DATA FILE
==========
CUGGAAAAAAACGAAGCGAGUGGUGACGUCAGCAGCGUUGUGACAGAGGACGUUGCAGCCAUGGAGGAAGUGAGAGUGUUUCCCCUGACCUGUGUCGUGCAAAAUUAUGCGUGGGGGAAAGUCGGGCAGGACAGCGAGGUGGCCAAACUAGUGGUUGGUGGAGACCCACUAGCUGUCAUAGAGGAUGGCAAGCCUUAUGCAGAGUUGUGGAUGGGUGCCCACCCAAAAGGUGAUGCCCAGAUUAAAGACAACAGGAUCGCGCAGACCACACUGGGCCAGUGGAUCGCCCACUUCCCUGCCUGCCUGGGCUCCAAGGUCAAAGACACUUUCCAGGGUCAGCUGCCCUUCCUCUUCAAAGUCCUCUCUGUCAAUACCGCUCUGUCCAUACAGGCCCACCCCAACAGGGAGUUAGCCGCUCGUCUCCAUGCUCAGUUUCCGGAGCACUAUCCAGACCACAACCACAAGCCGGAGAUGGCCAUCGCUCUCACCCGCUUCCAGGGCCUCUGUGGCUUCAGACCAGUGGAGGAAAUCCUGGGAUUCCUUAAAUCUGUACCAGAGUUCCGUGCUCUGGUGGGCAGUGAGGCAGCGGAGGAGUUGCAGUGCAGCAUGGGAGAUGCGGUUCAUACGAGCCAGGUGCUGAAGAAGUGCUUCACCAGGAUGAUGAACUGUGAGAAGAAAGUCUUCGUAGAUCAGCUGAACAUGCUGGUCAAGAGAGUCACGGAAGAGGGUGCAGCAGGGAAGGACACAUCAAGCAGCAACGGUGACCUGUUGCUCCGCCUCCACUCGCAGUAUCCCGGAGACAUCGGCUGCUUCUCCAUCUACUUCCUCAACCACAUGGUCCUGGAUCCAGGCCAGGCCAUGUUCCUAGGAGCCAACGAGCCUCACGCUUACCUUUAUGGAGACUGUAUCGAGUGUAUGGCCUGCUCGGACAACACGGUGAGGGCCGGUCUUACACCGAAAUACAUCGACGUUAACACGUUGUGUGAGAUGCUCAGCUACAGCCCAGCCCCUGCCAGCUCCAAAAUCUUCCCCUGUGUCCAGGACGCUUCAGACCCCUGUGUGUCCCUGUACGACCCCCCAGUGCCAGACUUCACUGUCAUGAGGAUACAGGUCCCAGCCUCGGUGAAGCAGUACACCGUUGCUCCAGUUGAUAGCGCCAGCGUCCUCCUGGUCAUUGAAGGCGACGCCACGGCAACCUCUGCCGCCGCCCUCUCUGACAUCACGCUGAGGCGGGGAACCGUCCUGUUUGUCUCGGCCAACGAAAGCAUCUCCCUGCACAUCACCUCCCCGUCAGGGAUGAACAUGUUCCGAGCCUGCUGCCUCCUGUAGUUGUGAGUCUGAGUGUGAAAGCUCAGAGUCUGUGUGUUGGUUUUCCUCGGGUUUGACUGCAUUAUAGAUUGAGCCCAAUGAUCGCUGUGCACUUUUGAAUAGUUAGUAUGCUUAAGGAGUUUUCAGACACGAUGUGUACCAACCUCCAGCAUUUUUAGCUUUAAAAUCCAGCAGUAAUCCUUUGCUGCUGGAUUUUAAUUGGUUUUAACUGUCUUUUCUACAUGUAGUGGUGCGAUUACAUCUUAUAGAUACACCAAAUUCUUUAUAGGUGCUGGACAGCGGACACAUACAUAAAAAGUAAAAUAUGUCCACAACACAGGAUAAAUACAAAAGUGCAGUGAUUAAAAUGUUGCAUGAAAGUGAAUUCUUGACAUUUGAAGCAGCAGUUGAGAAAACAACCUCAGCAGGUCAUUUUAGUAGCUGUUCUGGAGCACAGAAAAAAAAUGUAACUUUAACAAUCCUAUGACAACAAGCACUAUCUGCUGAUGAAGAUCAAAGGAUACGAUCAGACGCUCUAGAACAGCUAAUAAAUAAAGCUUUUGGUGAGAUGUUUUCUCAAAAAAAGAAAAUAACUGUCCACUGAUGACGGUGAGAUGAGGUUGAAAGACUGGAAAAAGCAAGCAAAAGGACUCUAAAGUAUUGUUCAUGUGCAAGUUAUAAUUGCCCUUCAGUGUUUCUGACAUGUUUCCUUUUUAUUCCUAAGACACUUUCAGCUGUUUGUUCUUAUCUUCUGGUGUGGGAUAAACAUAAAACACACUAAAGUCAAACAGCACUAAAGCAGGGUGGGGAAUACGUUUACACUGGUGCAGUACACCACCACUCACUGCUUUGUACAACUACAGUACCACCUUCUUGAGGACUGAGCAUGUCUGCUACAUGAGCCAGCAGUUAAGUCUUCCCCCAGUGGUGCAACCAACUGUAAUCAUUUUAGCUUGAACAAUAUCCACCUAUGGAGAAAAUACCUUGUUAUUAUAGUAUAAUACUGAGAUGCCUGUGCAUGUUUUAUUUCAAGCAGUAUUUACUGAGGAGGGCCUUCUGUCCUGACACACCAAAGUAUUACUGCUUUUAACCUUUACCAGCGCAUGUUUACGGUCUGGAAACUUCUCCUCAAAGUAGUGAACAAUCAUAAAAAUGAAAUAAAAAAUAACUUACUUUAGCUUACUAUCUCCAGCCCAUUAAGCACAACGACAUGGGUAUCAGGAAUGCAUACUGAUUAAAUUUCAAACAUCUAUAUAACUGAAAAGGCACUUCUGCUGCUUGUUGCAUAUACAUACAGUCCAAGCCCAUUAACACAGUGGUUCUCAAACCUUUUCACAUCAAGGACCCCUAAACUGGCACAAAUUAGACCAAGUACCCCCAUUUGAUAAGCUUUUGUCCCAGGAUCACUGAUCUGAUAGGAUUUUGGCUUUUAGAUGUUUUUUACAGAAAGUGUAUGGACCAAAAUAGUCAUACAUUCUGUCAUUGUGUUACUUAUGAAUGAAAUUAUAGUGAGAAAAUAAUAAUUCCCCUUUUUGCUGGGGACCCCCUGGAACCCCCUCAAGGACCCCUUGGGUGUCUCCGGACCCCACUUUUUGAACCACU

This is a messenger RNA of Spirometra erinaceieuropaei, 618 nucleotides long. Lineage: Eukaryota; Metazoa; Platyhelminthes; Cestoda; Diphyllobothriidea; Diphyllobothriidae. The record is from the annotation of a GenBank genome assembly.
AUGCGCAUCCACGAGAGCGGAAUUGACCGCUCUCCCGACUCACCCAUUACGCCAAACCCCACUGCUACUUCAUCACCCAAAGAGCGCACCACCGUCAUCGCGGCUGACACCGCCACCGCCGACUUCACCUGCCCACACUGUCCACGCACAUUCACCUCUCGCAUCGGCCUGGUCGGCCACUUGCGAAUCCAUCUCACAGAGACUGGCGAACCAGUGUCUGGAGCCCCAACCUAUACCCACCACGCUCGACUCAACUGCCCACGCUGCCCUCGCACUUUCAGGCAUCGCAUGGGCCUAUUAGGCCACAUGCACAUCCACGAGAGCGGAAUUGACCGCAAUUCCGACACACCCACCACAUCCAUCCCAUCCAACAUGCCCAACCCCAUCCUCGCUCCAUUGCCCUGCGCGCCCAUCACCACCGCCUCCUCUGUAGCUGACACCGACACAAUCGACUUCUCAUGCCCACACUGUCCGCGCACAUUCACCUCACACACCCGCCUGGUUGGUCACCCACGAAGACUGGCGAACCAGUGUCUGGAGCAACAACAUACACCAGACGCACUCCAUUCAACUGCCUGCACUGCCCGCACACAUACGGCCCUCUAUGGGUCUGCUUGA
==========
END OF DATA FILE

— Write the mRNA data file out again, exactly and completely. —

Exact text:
CUGGAAAAAAACGAAGCGAGUGGUGACGUCAGCAGCGUUGUGACAGAGGACGUUGCAGCCAUGGAGGAAGUGAGAGUGUUUCCCCUGACCUGUGUCGUGCAAAAUUAUGCGUGGGGGAAAGUCGGGCAGGACAGCGAGGUGGCCAAACUAGUGGUUGGUGGAGACCCACUAGCUGUCAUAGAGGAUGGCAAGCCUUAUGCAGAGUUGUGGAUGGGUGCCCACCCAAAAGGUGAUGCCCAGAUUAAAGACAACAGGAUCGCGCAGACCACACUGGGCCAGUGGAUCGCCCACUUCCCUGCCUGCCUGGGCUCCAAGGUCAAAGACACUUUCCAGGGUCAGCUGCCCUUCCUCUUCAAAGUCCUCUCUGUCAAUACCGCUCUGUCCAUACAGGCCCACCCCAACAGGGAGUUAGCCGCUCGUCUCCAUGCUCAGUUUCCGGAGCACUAUCCAGACCACAACCACAAGCCGGAGAUGGCCAUCGCUCUCACCCGCUUCCAGGGCCUCUGUGGCUUCAGACCAGUGGAGGAAAUCCUGGGAUUCCUUAAAUCUGUACCAGAGUUCCGUGCUCUGGUGGGCAGUGAGGCAGCGGAGGAGUUGCAGUGCAGCAUGGGAGAUGCGGUUCAUACGAGCCAGGUGCUGAAGAAGUGCUUCACCAGGAUGAUGAACUGUGAGAAGAAAGUCUUCGUAGAUCAGCUGAACAUGCUGGUCAAGAGAGUCACGGAAGAGGGUGCAGCAGGGAAGGACACAUCAAGCAGCAACGGUGACCUGUUGCUCCGCCUCCACUCGCAGUAUCCCGGAGACAUCGGCUGCUUCUCCAUCUACUUCCUCAACCACAUGGUCCUGGAUCCAGGCCAGGCCAUGUUCCUAGGAGCCAACGAGCCUCACGCUUACCUUUAUGGAGACUGUAUCGAGUGUAUGGCCUGCUCGGACAACACGGUGAGGGCCGGUCUUACACCGAAAUACAUCGACGUUAACACGUUGUGUGAGAUGCUCAGCUACAGCCCAGCCCCUGCCAGCUCCAAAAUCUUCCCCUGUGUCCAGGACGCUUCAGACCCCUGUGUGUCCCUGUACGACCCCCCAGUGCCAGACUUCACUGUCAUGAGGAUACAGGUCCCAGCCUCGGUGAAGCAGUACACCGUUGCUCCAGUUGAUAGCGCCAGCGUCCUCCUGGUCAUUGAAGGCGACGCCACGGCAACCUCUGCCGCCGCCCUCUCUGACAUCACGCUGAGGCGGGGAACCGUCCUGUUUGUCUCGGCCAACGAAAGCAUCUCCCUGCACAUCACCUCCCCGUCAGGGAUGAACAUGUUCCGAGCCUGCUGCCUCCUGUAGUUGUGAGUCUGAGUGUGAAAGCUCAGAGUCUGUGUGUUGGUUUUCCUCGGGUUUGACUGCAUUAUAGAUUGAGCCCAAUGAUCGCUGUGCACUUUUGAAUAGUUAGUAUGCUUAAGGAGUUUUCAGACACGAUGUGUACCAACCUCCAGCAUUUUUAGCUUUAAAAUCCAGCAGUAAUCCUUUGCUGCUGGAUUUUAAUUGGUUUUAACUGUCUUUUCUACAUGUAGUGGUGCGAUUACAUCUUAUAGAUACACCAAAUUCUUUAUAGGUGCUGGACAGCGGACACAUACAUAAAAAGUAAAAUAUGUCCACAACACAGGAUAAAUACAAAAGUGCAGUGAUUAAAAUGUUGCAUGAAAGUGAAUUCUUGACAUUUGAAGCAGCAGUUGAGAAAACAACCUCAGCAGGUCAUUUUAGUAGCUGUUCUGGAGCACAGAAAAAAAAUGUAACUUUAACAAUCCUAUGACAACAAGCACUAUCUGCUGAUGAAGAUCAAAGGAUACGAUCAGACGCUCUAGAACAGCUAAUAAAUAAAGCUUUUGGUGAGAUGUUUUCUCAAAAAAAGAAAAUAACUGUCCACUGAUGACGGUGAGAUGAGGUUGAAAGACUGGAAAAAGCAAGCAAAAGGACUCUAAAGUAUUGUUCAUGUGCAAGUUAUAAUUGCCCUUCAGUGUUUCUGACAUGUUUCCUUUUUAUUCCUAAGACACUUUCAGCUGUUUGUUCUUAUCUUCUGGUGUGGGAUAAACAUAAAACACACUAAAGUCAAACAGCACUAAAGCAGGGUGGGGAAUACGUUUACACUGGUGCAGUACACCACCACUCACUGCUUUGUACAACUACAGUACCACCUUCUUGAGGACUGAGCAUGUCUGCUACAUGAGCCAGCAGUUAAGUCUUCCCCCAGUGGUGCAACCAACUGUAAUCAUUUUAGCUUGAACAAUAUCCACCUAUGGAGAAAAUACCUUGUUAUUAUAGUAUAAUACUGAGAUGCCUGUGCAUGUUUUAUUUCAAGCAGUAUUUACUGAGGAGGGCCUUCUGUCCUGACACACCAAAGUAUUACUGCUUUUAACCUUUACCAGCGCAUGUUUACGGUCUGGAAACUUCUCCUCAAAGUAGUGAACAAUCAUAAAAAUGAAAUAAAAAAUAACUUACUUUAGCUUACUAUCUCCAGCCCAUUAAGCACAACGACAUGGGUAUCAGGAAUGCAUACUGAUUAAAUUUCAAACAUCUAUAUAACUGAAAAGGCACUUCUGCUGCUUGUUGCAUAUACAUACAGUCCAAGCCCAUUAACACAGUGGUUCUCAAACCUUUUCACAUCAAGGACCCCUAAACUGGCACAAAUUAGACCAAGUACCCCCAUUUGAUAAGCUUUUGUCCCAGGAUCACUGAUCUGAUAGGAUUUUGGCUUUUAGAUGUUUUUUACAGAAAGUGUAUGGACCAAAAUAGUCAUACAUUCUGUCAUUGUGUUACUUAUGAAUGAAAUUAUAGUGAGAAAAUAAUAAUUCCCCUUUUUGCUGGGGACCCCCUGGAACCCCCUCAAGGACCCCUUGGGUGUCUCCGGACCCCACUUUUUGAACCACU

This is a messenger RNA of Spirometra erinaceieuropaei, 618 nucleotides long. Lineage: Eukaryota; Metazoa; Platyhelminthes; Cestoda; Diphyllobothriidea; Diphyllobothriidae. The record is from the annotation of a GenBank genome assembly.
AUGCGCAUCCACGAGAGCGGAAUUGACCGCUCUCCCGACUCACCCAUUACGCCAAACCCCACUGCUACUUCAUCACCCAAAGAGCGCACCACCGUCAUCGCGGCUGACACCGCCACCGCCGACUUCACCUGCCCACACUGUCCACGCACAUUCACCUCUCGCAUCGGCCUGGUCGGCCACUUGCGAAUCCAUCUCACAGAGACUGGCGAACCAGUGUCUGGAGCCCCAACCUAUACCCACCACGCUCGACUCAACUGCCCACGCUGCCCUCGCACUUUCAGGCAUCGCAUGGGCCUAUUAGGCCACAUGCACAUCCACGAGAGCGGAAUUGACCGCAAUUCCGACACACCCACCACAUCCAUCCCAUCCAACAUGCCCAACCCCAUCCUCGCUCCAUUGCCCUGCGCGCCCAUCACCACCGCCUCCUCUGUAGCUGACACCGACACAAUCGACUUCUCAUGCCCACACUGUCCGCGCACAUUCACCUCACACACCCGCCUGGUUGGUCACCCACGAAGACUGGCGAACCAGUGUCUGGAGCAACAACAUACACCAGACGCACUCCAUUCAACUGCCUGCACUGCCCGCACACAUACGGCCCUCUAUGGGUCUGCUUGA